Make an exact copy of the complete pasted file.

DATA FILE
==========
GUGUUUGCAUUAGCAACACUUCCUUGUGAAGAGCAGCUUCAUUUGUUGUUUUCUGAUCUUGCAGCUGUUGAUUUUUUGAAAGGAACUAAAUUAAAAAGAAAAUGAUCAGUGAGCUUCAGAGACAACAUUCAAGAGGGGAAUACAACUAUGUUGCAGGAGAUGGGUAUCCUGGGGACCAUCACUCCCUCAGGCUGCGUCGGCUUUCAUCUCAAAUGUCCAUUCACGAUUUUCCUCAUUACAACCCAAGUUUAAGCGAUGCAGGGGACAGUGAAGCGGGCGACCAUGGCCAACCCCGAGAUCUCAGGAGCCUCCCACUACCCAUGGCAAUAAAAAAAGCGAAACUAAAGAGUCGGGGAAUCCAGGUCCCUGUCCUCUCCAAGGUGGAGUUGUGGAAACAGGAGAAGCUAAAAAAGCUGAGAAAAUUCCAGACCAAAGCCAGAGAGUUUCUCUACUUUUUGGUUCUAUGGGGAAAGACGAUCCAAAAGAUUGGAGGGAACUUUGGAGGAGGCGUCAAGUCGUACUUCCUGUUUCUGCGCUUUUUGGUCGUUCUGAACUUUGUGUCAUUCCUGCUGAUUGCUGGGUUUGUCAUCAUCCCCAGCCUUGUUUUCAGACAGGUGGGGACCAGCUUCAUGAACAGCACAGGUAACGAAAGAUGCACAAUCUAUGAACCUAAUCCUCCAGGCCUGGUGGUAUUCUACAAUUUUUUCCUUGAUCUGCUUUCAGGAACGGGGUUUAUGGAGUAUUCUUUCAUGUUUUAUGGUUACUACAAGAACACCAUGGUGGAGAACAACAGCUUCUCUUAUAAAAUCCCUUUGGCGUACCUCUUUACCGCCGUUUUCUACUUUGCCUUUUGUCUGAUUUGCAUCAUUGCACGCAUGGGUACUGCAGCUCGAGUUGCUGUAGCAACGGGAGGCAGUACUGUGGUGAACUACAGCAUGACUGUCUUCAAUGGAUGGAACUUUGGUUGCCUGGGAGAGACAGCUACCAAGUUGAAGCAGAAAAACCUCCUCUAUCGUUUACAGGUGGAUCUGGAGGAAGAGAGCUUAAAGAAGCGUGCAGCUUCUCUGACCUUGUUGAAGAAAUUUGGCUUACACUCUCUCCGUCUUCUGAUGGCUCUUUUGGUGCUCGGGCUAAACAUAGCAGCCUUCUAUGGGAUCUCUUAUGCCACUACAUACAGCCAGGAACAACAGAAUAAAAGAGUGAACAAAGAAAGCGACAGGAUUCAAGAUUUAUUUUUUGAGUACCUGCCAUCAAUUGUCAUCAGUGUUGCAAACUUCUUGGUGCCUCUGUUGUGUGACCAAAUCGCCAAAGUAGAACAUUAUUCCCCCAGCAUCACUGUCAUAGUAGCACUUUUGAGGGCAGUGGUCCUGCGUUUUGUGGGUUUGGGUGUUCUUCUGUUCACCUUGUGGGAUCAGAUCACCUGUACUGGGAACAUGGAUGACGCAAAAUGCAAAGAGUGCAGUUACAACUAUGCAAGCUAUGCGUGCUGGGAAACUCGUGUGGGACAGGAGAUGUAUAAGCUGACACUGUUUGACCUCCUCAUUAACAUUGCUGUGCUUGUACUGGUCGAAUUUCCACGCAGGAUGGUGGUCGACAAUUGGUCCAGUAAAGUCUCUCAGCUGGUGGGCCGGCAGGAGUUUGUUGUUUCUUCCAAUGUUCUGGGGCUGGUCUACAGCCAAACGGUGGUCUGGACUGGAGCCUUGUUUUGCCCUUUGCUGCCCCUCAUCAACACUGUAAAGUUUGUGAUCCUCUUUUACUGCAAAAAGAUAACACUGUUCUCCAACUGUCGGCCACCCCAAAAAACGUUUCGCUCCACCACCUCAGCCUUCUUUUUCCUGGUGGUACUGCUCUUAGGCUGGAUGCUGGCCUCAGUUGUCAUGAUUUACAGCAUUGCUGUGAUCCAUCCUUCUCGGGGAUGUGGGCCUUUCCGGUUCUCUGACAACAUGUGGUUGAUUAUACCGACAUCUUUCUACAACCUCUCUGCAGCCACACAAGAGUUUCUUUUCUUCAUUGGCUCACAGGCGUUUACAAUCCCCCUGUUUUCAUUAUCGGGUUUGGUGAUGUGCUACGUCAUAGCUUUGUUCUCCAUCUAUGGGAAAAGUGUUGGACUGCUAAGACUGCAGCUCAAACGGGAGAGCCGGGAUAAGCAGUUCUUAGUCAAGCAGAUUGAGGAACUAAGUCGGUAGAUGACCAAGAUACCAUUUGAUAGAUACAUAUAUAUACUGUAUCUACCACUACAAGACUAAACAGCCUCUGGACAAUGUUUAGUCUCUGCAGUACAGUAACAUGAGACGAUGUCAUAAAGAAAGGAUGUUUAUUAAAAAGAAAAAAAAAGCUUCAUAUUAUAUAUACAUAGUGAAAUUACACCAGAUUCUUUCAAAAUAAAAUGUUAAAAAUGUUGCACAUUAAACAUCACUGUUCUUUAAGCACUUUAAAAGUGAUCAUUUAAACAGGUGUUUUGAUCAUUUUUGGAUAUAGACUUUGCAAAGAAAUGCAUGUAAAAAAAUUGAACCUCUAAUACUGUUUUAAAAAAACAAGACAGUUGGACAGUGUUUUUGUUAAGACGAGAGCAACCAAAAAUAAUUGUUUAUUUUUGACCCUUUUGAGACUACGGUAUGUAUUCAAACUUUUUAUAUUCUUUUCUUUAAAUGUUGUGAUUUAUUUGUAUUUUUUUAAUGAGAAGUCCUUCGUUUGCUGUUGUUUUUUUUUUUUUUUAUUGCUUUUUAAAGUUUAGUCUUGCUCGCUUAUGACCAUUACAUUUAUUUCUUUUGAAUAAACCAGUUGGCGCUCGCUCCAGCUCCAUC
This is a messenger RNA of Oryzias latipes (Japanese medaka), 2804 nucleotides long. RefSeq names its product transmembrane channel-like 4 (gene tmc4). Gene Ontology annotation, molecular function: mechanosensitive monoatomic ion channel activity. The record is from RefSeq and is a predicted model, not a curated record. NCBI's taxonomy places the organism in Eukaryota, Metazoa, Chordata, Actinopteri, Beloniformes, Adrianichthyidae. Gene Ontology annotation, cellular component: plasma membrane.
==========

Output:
GUGUUUGCAUUAGCAACACUUCCUUGUGAAGAGCAGCUUCAUUUGUUGUUUUCUGAUCUUGCAGCUGUUGAUUUUUUGAAAGGAACUAAAUUAAAAAGAAAAUGAUCAGUGAGCUUCAGAGACAACAUUCAAGAGGGGAAUACAACUAUGUUGCAGGAGAUGGGUAUCCUGGGGACCAUCACUCCCUCAGGCUGCGUCGGCUUUCAUCUCAAAUGUCCAUUCACGAUUUUCCUCAUUACAACCCAAGUUUAAGCGAUGCAGGGGACAGUGAAGCGGGCGACCAUGGCCAACCCCGAGAUCUCAGGAGCCUCCCACUACCCAUGGCAAUAAAAAAAGCGAAACUAAAGAGUCGGGGAAUCCAGGUCCCUGUCCUCUCCAAGGUGGAGUUGUGGAAACAGGAGAAGCUAAAAAAGCUGAGAAAAUUCCAGACCAAAGCCAGAGAGUUUCUCUACUUUUUGGUUCUAUGGGGAAAGACGAUCCAAAAGAUUGGAGGGAACUUUGGAGGAGGCGUCAAGUCGUACUUCCUGUUUCUGCGCUUUUUGGUCGUUCUGAACUUUGUGUCAUUCCUGCUGAUUGCUGGGUUUGUCAUCAUCCCCAGCCUUGUUUUCAGACAGGUGGGGACCAGCUUCAUGAACAGCACAGGUAACGAAAGAUGCACAAUCUAUGAACCUAAUCCUCCAGGCCUGGUGGUAUUCUACAAUUUUUUCCUUGAUCUGCUUUCAGGAACGGGGUUUAUGGAGUAUUCUUUCAUGUUUUAUGGUUACUACAAGAACACCAUGGUGGAGAACAACAGCUUCUCUUAUAAAAUCCCUUUGGCGUACCUCUUUACCGCCGUUUUCUACUUUGCCUUUUGUCUGAUUUGCAUCAUUGCACGCAUGGGUACUGCAGCUCGAGUUGCUGUAGCAACGGGAGGCAGUACUGUGGUGAACUACAGCAUGACUGUCUUCAAUGGAUGGAACUUUGGUUGCCUGGGAGAGACAGCUACCAAGUUGAAGCAGAAAAACCUCCUCUAUCGUUUACAGGUGGAUCUGGAGGAAGAGAGCUUAAAGAAGCGUGCAGCUUCUCUGACCUUGUUGAAGAAAUUUGGCUUACACUCUCUCCGUCUUCUGAUGGCUCUUUUGGUGCUCGGGCUAAACAUAGCAGCCUUCUAUGGGAUCUCUUAUGCCACUACAUACAGCCAGGAACAACAGAAUAAAAGAGUGAACAAAGAAAGCGACAGGAUUCAAGAUUUAUUUUUUGAGUACCUGCCAUCAAUUGUCAUCAGUGUUGCAAACUUCUUGGUGCCUCUGUUGUGUGACCAAAUCGCCAAAGUAGAACAUUAUUCCCCCAGCAUCACUGUCAUAGUAGCACUUUUGAGGGCAGUGGUCCUGCGUUUUGUGGGUUUGGGUGUUCUUCUGUUCACCUUGUGGGAUCAGAUCACCUGUACUGGGAACAUGGAUGACGCAAAAUGCAAAGAGUGCAGUUACAACUAUGCAAGCUAUGCGUGCUGGGAAACUCGUGUGGGACAGGAGAUGUAUAAGCUGACACUGUUUGACCUCCUCAUUAACAUUGCUGUGCUUGUACUGGUCGAAUUUCCACGCAGGAUGGUGGUCGACAAUUGGUCCAGUAAAGUCUCUCAGCUGGUGGGCCGGCAGGAGUUUGUUGUUUCUUCCAAUGUUCUGGGGCUGGUCUACAGCCAAACGGUGGUCUGGACUGGAGCCUUGUUUUGCCCUUUGCUGCCCCUCAUCAACACUGUAAAGUUUGUGAUCCUCUUUUACUGCAAAAAGAUAACACUGUUCUCCAACUGUCGGCCACCCCAAAAAACGUUUCGCUCCACCACCUCAGCCUUCUUUUUCCUGGUGGUACUGCUCUUAGGCUGGAUGCUGGCCUCAGUUGUCAUGAUUUACAGCAUUGCUGUGAUCCAUCCUUCUCGGGGAUGUGGGCCUUUCCGGUUCUCUGACAACAUGUGGUUGAUUAUACCGACAUCUUUCUACAACCUCUCUGCAGCCACACAAGAGUUUCUUUUCUUCAUUGGCUCACAGGCGUUUACAAUCCCCCUGUUUUCAUUAUCGGGUUUGGUGAUGUGCUACGUCAUAGCUUUGUUCUCCAUCUAUGGGAAAAGUGUUGGACUGCUAAGACUGCAGCUCAAACGGGAGAGCCGGGAUAAGCAGUUCUUAGUCAAGCAGAUUGAGGAACUAAGUCGGUAGAUGACCAAGAUACCAUUUGAUAGAUACAUAUAUAUACUGUAUCUACCACUACAAGACUAAACAGCCUCUGGACAAUGUUUAGUCUCUGCAGUACAGUAACAUGAGACGAUGUCAUAAAGAAAGGAUGUUUAUUAAAAAGAAAAAAAAAGCUUCAUAUUAUAUAUACAUAGUGAAAUUACACCAGAUUCUUUCAAAAUAAAAUGUUAAAAAUGUUGCACAUUAAACAUCACUGUUCUUUAAGCACUUUAAAAGUGAUCAUUUAAACAGGUGUUUUGAUCAUUUUUGGAUAUAGACUUUGCAAAGAAAUGCAUGUAAAAAAAUUGAACCUCUAAUACUGUUUUAAAAAAACAAGACAGUUGGACAGUGUUUUUGUUAAGACGAGAGCAACCAAAAAUAAUUGUUUAUUUUUGACCCUUUUGAGACUACGGUAUGUAUUCAAACUUUUUAUAUUCUUUUCUUUAAAUGUUGUGAUUUAUUUGUAUUUUUUUAAUGAGAAGUCCUUCGUUUGCUGUUGUUUUUUUUUUUUUUUAUUGCUUUUUAAAGUUUAGUCUUGCUCGCUUAUGACCAUUACAUUUAUUUCUUUUGAAUAAACCAGUUGGCGCUCGCUCCAGCUCCAUC
This is a messenger RNA of Oryzias latipes (Japanese medaka), 2804 nucleotides long. RefSeq names its product transmembrane channel-like 4 (gene tmc4). Gene Ontology annotation, molecular function: mechanosensitive monoatomic ion channel activity. The record is from RefSeq and is a predicted model, not a curated record. NCBI's taxonomy places the organism in Eukaryota, Metazoa, Chordata, Actinopteri, Beloniformes, Adrianichthyidae. Gene Ontology annotation, cellular component: plasma membrane.